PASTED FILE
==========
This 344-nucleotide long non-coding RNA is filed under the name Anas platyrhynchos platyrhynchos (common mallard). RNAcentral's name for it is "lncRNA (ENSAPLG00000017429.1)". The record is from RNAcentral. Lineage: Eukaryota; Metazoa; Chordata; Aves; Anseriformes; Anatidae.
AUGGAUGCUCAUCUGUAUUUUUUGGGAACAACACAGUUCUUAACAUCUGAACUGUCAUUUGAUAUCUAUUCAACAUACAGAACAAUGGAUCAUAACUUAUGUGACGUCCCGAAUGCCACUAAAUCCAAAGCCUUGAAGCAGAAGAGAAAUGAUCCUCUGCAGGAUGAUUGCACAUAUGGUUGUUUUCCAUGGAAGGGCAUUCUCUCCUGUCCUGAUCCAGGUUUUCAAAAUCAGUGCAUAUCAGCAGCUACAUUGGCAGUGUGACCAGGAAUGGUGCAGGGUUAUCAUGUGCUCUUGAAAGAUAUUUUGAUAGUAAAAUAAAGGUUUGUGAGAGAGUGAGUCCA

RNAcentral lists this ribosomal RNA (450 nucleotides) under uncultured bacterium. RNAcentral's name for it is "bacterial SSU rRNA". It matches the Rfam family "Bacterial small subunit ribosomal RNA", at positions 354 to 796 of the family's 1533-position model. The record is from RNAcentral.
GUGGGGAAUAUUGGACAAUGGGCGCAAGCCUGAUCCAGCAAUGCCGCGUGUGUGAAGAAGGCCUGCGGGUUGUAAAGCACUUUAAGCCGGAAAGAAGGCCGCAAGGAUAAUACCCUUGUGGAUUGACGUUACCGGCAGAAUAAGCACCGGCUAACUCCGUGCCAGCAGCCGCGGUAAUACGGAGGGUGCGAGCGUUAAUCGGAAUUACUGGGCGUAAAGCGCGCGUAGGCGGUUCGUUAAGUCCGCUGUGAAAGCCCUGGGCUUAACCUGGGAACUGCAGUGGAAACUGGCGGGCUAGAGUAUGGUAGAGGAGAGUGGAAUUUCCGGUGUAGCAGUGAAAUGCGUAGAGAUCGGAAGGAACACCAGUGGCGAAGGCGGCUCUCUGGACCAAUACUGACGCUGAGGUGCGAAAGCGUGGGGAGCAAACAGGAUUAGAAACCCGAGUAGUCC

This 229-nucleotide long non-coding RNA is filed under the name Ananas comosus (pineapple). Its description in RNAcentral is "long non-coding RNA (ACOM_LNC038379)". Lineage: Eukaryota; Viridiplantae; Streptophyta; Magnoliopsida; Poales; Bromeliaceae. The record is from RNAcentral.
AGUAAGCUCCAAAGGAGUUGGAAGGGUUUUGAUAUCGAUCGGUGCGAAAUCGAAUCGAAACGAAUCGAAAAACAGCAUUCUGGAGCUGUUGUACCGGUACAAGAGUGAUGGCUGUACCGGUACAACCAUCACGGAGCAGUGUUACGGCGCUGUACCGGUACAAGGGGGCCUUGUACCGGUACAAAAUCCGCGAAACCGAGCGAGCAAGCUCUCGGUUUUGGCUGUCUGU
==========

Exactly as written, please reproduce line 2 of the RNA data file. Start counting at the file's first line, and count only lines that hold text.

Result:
AUGGAUGCUCAUCUGUAUUUUUUGGGAACAACACAGUUCUUAACAUCUGAACUGUCAUUUGAUAUCUAUUCAACAUACAGAACAAUGGAUCAUAACUUAUGUGACGUCCCGAAUGCCACUAAAUCCAAAGCCUUGAAGCAGAAGAGAAAUGAUCCUCUGCAGGAUGAUUGCACAUAUGGUUGUUUUCCAUGGAAGGGCAUUCUCUCCUGUCCUGAUCCAGGUUUUCAAAAUCAGUGCAUAUCAGCAGCUACAUUGGCAGUGUGACCAGGAAUGGUGCAGGGUUAUCAUGUGCUCUUGAAAGAUAUUUUGAUAGUAAAAUAAAGGUUUGUGAGAGAGUGAGUCCA